Efficacy and Safety of a New Topical KeratolyticTreatment for Localized Hyperkeratosis in Adults

December 2010 | Volume 9 | Issue 12 | Original Article | 1512 | Copyright © December 2010

Neil S. Sadick MD, Michel Le Maître MD, Christine Coutanceau MS,Vincent Sibaud MD, Christelle Merial-Kieny PhD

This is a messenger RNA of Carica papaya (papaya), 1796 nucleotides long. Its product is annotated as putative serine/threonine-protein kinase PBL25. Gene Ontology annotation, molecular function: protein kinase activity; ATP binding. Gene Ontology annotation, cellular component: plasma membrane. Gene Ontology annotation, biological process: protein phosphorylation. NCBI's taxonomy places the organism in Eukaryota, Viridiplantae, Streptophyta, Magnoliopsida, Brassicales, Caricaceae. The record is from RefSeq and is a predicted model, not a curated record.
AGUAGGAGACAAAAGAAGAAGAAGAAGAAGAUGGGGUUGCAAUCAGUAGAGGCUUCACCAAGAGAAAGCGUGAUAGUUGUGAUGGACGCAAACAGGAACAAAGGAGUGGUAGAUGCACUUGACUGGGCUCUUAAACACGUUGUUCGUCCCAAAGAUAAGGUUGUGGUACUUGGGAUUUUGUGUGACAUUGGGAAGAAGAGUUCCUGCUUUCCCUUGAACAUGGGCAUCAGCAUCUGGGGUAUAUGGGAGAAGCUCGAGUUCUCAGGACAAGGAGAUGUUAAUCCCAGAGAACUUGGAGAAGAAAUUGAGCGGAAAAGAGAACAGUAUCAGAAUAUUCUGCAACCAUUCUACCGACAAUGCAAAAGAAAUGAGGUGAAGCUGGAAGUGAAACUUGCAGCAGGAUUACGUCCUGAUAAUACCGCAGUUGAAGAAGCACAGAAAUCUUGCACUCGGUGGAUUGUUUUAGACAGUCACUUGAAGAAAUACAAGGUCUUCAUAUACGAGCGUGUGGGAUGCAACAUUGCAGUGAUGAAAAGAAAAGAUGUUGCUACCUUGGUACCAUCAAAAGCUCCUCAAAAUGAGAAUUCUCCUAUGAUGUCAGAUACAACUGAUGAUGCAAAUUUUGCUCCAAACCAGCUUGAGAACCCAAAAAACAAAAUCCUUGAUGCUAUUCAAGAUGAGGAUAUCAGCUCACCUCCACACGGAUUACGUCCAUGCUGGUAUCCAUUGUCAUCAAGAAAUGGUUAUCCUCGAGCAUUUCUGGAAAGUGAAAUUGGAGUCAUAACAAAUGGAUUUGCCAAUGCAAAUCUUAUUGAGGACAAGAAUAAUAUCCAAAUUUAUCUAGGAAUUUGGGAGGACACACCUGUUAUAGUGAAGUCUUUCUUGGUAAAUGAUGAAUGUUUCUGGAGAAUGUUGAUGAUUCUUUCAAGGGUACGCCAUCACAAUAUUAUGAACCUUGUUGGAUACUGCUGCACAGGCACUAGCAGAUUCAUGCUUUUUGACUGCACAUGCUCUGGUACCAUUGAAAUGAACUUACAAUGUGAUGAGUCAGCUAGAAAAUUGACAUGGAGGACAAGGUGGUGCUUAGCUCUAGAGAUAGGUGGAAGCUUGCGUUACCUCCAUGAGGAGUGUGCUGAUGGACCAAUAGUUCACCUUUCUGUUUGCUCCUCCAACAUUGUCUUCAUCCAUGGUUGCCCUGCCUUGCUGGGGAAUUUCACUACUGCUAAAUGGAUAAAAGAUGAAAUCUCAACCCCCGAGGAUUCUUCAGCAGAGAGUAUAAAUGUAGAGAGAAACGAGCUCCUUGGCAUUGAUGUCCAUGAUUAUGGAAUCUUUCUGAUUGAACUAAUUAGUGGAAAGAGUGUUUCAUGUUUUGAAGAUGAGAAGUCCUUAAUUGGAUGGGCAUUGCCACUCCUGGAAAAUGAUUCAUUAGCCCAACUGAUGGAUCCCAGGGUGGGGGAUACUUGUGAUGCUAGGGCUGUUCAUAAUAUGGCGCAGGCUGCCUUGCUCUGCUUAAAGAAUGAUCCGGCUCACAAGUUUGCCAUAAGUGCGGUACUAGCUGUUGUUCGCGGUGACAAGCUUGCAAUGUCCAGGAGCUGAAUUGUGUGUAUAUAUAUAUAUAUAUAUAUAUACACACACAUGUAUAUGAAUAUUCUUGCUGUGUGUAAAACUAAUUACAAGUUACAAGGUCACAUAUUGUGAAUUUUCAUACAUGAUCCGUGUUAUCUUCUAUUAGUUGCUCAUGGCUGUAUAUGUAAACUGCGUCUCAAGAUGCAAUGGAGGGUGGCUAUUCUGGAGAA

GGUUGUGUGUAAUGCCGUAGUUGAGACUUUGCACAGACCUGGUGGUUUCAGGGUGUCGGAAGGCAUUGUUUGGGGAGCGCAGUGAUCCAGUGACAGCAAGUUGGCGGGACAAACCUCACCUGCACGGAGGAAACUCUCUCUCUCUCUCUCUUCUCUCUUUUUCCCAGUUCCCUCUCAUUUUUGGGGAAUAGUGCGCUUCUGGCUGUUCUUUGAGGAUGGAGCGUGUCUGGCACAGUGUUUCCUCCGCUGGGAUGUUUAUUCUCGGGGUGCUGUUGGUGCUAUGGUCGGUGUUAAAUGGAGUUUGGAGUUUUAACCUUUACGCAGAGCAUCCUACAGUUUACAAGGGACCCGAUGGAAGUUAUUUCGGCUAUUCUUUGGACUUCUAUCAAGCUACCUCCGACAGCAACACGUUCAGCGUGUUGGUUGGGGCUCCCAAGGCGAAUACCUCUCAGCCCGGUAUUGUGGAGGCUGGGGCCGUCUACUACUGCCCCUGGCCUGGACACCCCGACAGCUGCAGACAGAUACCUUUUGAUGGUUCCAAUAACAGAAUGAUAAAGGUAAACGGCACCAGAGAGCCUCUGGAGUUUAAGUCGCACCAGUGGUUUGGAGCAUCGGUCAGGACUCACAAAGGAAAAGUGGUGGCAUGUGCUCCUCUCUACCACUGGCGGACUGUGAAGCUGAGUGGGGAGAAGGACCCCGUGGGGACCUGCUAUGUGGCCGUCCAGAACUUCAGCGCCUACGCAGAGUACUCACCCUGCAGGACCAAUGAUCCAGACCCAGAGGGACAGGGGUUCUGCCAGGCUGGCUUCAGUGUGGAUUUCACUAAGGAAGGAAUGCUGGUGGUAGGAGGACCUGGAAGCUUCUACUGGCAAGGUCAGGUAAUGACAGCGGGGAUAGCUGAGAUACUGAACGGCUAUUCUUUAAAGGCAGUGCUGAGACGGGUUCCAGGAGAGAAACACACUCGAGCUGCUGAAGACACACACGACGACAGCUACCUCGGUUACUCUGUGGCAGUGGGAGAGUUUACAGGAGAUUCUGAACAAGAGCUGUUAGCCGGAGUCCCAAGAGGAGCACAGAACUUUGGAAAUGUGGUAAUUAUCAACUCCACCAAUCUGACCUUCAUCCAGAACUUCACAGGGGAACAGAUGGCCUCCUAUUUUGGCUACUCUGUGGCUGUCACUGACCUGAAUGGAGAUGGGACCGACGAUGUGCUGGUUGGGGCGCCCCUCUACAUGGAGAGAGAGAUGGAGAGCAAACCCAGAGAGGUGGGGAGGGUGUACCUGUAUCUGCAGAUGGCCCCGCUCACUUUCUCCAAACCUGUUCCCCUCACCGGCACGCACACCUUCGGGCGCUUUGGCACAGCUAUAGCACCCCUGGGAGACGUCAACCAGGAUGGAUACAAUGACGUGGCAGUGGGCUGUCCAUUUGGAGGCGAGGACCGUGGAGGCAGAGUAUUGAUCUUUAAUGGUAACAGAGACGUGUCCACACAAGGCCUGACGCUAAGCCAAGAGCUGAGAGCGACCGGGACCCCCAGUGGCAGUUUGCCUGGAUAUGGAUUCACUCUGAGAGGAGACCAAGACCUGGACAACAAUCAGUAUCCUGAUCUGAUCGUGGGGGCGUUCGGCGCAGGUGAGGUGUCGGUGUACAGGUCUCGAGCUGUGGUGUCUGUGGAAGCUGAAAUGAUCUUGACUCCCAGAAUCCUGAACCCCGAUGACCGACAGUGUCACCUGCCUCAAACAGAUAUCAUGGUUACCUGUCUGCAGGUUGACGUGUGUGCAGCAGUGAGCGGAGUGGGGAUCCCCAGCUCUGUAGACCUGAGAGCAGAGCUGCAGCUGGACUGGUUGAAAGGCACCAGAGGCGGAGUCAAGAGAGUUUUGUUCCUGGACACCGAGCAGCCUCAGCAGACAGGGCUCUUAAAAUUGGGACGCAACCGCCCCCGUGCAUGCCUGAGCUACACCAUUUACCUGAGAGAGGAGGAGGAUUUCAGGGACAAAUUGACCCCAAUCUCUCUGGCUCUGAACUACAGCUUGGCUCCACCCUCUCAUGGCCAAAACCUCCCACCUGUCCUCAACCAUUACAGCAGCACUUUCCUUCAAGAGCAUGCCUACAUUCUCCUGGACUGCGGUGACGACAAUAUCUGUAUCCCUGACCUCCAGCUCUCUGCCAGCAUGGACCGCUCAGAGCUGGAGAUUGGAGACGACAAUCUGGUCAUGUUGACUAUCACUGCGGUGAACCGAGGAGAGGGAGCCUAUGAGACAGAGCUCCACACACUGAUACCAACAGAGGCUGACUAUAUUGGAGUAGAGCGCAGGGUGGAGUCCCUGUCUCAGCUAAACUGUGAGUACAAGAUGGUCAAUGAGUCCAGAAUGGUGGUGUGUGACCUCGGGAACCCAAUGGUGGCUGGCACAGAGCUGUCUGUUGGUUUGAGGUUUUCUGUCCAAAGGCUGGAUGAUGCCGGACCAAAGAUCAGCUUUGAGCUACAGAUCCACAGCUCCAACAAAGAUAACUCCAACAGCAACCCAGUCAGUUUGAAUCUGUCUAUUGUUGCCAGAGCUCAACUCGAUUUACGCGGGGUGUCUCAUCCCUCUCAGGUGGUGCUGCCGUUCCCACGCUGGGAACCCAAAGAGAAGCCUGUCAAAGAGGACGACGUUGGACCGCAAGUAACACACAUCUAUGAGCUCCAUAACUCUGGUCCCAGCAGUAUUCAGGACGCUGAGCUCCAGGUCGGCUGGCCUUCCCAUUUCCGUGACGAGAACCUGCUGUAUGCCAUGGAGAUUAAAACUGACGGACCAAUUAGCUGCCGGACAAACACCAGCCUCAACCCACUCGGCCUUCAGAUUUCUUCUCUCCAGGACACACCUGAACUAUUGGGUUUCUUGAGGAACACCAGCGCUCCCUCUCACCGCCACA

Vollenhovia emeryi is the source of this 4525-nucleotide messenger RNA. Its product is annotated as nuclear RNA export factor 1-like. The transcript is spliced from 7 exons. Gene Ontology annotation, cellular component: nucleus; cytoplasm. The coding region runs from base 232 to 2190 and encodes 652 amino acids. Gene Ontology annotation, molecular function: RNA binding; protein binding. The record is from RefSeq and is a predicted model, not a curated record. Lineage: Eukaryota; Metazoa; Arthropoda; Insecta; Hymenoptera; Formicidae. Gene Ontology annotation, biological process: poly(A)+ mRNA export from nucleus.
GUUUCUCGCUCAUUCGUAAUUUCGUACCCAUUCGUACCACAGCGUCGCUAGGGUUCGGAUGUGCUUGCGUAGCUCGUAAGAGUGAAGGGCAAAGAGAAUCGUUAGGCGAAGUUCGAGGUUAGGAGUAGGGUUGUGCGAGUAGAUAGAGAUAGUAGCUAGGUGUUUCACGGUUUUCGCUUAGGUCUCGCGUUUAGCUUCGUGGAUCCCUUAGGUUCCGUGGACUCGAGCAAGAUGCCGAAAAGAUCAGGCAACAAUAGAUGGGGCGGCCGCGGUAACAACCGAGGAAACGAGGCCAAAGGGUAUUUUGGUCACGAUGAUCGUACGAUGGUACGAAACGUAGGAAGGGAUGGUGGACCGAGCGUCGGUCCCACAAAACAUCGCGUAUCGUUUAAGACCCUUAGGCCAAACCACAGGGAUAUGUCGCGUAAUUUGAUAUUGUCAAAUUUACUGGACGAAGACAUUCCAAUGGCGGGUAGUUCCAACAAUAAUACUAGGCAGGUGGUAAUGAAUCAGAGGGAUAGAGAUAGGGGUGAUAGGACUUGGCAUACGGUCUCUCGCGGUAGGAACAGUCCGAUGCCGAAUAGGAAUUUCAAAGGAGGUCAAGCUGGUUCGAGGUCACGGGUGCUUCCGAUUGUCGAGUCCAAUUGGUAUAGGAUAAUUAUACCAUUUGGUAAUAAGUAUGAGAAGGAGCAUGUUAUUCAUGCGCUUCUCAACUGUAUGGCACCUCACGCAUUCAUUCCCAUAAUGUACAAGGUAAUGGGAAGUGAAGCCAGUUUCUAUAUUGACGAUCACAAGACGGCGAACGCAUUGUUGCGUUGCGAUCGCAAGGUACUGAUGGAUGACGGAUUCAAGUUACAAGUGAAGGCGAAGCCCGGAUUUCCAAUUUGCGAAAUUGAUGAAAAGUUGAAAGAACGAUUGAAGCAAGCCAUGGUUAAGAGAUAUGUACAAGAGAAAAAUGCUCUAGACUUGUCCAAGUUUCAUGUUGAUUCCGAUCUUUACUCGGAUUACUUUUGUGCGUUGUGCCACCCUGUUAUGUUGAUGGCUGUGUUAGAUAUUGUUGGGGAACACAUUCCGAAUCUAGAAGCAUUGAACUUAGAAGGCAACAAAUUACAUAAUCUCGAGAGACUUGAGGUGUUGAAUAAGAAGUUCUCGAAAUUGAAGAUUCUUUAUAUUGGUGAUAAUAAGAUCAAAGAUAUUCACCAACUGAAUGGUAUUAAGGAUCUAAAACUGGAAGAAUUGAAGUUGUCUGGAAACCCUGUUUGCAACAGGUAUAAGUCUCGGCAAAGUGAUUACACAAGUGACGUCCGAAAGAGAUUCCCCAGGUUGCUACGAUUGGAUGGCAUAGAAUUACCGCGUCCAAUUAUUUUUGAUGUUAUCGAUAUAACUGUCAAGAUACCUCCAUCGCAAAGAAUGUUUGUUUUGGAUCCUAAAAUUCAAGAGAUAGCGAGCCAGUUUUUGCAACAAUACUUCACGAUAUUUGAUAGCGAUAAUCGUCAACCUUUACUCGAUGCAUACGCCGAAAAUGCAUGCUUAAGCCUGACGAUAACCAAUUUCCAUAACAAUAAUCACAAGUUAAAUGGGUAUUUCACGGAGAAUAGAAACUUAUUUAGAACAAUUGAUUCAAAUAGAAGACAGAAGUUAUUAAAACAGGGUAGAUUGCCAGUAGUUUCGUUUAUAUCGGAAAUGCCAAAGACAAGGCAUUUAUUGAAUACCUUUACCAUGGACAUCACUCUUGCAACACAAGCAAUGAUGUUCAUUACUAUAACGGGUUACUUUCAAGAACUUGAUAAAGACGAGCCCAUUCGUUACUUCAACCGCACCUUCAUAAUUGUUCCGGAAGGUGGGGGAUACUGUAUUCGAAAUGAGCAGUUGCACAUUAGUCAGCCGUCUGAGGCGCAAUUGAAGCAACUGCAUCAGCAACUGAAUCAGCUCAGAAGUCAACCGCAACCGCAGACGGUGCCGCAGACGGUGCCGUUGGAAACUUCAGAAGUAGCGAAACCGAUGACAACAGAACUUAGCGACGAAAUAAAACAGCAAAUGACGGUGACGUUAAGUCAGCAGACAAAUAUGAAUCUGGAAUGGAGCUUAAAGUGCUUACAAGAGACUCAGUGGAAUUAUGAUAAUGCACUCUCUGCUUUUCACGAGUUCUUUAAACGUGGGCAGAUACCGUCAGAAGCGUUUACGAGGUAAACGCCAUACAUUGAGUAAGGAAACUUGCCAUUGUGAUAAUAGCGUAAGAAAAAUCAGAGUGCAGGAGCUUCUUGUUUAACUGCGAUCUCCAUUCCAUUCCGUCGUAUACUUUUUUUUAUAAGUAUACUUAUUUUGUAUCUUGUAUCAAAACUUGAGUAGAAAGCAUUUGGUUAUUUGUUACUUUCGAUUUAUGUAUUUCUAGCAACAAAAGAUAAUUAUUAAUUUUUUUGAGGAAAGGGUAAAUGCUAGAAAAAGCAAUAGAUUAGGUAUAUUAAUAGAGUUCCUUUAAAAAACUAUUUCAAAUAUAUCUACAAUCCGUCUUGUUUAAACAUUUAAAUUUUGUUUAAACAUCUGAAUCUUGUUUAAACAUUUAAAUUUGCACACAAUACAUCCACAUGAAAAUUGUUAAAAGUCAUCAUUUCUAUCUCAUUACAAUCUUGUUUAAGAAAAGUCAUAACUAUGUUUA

Background: Palmoplantar keratoderma (PPK) is a heterogeneous group of skin disorders characterized by symmetrical diffuse or patchy areas of hyperkeratosis on the palms and soles. This study aimed to evaluate the efficacy and safety of a topical keratolytic treatment for localized hyperkeratosis. Methods: International, randomized, vehicle‑controlled, double‑blind, intra‑individual comparative study. Results: Clinical signs assessed by the investigator significantly improved in both group from baseline to day 10 and day 21 (P<0.001). Mean improvement was significantly more marked on the treated side than the control side (except pruritus) at day 10 for hyperkeratosis (‑0.58±0.59 versus ‑0.41±0.51, P=0.009), desquamation (‑0.62±0.69 versus ‑0.47±0.67, P=0.042) and dryness (‑0.75±0.67 versus ‑0.57±0.67, P=0.014). At day 21, dryness (‑1.16±0.80 versus ‑1.00±0.79, P=0.036) was significantly improved but only a trend for hyperkeratosis (‑0.86±0.76 versus ‑0.72±0.72, P=0.158) and desquamation (‑0.83±0.85 versus ‑0.65±0.85, P=0.057) was observed. Tolerance was considered to be good or very good in more than 92 percent patients. Both patients and investigators were satisfied in more than 84 percent of cases with the topical keratolytic treatment efficacy. Safety profile was highly satisfactory. Conclusion: This topical keratolytic treatment represents a valuable first‑line option for mild to moderate hyperkeratosis.